The beating moral heart of economics is human freedom, according to Harvard Professor Edward Glaeser, writing for the New York Times Economix blog. For Glaeser, the word “freedom” has a definite meaning:
In the 19th century, John Stuart Mill asserted, “The only freedom which deserves the name is that of pursuing our own good in our own way, so long as we do not attempt to deprive others of theirs, or impede their efforts to obtain it.”
Economists idolize freedom, says Glaeser, and since he teaches at Harvard, his thinking will influence the next generation of political leaders. But, there are other ideas about freedom.
Glaeser explains the simplifications that go into this moral theory:
1. People can rank things they want in order.
2. Economists create an equation that describes these preferences, called a utility function.
3. People are better off when utility goes up.
4. “We typically prove that someone’s welfare has increased when the person has an increased set of choices.”
5. That leads to the proposition “… that the fundamental objective of public policy is to increase freedom of choice.”
He acknowledges that each of these assumptions are contested, and they are, some hotly. But he asserts that this amounts to a fundamental belief in freedom.
One of the principle challenges to this chain of propositions involves the assumption that welfare is improved when utility increases. It comes from A Theory of Justice, by John Rawls, who proposes a completely different method of gauging the value of change. Rawls’ ideas are complicated, but even economists question whether mere increase in options contributes to welfare. If you aren’t the principle purchaser of staples at your house, you may well find yourself flummoxed staring at the toilet paper selection at your grocery store and reach for the cell to call for help.
The notion of the utility function is attractive for a simple reason: you can do mathematics with equations. You can gather data, fit it to curves, integrate and differentiate and create models, and offer authoritative counsel based on those models. And that, indeed, is what happened. Economists created their models, gave their counsel, influenced politicians and conditioned the public to accept an entirely new regulatory regime. We know how that worked out.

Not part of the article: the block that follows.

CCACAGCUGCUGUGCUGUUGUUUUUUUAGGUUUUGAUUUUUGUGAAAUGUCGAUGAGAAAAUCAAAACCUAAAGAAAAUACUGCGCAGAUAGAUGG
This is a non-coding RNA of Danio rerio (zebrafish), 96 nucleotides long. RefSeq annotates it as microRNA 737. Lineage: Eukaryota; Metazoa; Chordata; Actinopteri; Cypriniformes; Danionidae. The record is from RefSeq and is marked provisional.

There is a deeper issue here, though. What exactly is this freedom that revolves around choices of things to buy? What is it about the state that makes it the enemy of freedom?
Underlying Glaeser’s argument is an unspoken assumption about human beings. They are atomistic, fully existing without regard to the other members of the society in which they find themselves. They distrust the authority of others, including the state. They rebel. They want stuff, and they want to be left alone. This set of ideas has won the day. It’s hard to find a politician even among liberals, who questions them.
By valuing freedom above all else, Glaeser minimizes the value of the State. He does not consider the close relationship between individual freedom and organized authority. Without organized authority, how free can an individual be?
John Dewey offers another perspective in this highly readable paper presented to the Harvard Tercentenary. First, he explains how the dominant ideas arose. He agrees that the state was authoritarian, interested only in preserving its power and the power of the rich people who controlled it. Its authority was bolstered by an equally authoritarian Church. The people who controlled these institutions worked together to crush popular demands for change as societies evolved. The conception of the paramount individual became the opposition. That led to broad rejection of the role of the state and its authority in the affairs of regular people.
He describes the dangers of extreme individualism.
The individualistic movement has tended to identify the exercise of freedom with absence of any organized control, and in this way, it has in fact identified freedom with mere de facto possession of economic power.
Dewey calls out the assumption of the dominant ideology that all advances come from the actions of individuals:
To speak baldly, it is a plain falsehood that the advances which the defenders of the existing regime point to as justification for its continuance, are due to mere individualistic initiative and enterprise. The truth is that individualistic initiative and enterprise have sequestered and appropriated the fruits of collective cooperative intelligence.
Dewey’s “cooperative intelligence” is the method of organized science. Dewey says that the same principles that produced an understanding of the physical universe can be applied to creating forms of government that will advance individual freedom as well. Science teaches that some theories are better than others, that the test is outcomes, not ideology, and that careful observation and applied intelligence will lead to better understanding of the material world. In the same way, Dewey says, applying that cooperative intelligence will lead to more human freedom and a better society.
It sounds like a real democracy, doesn’t it? Not a democracy that idolizes wealth and grants it unbridled power, but one that values the input of all citizens in selecting goals and the means to achieve those goals.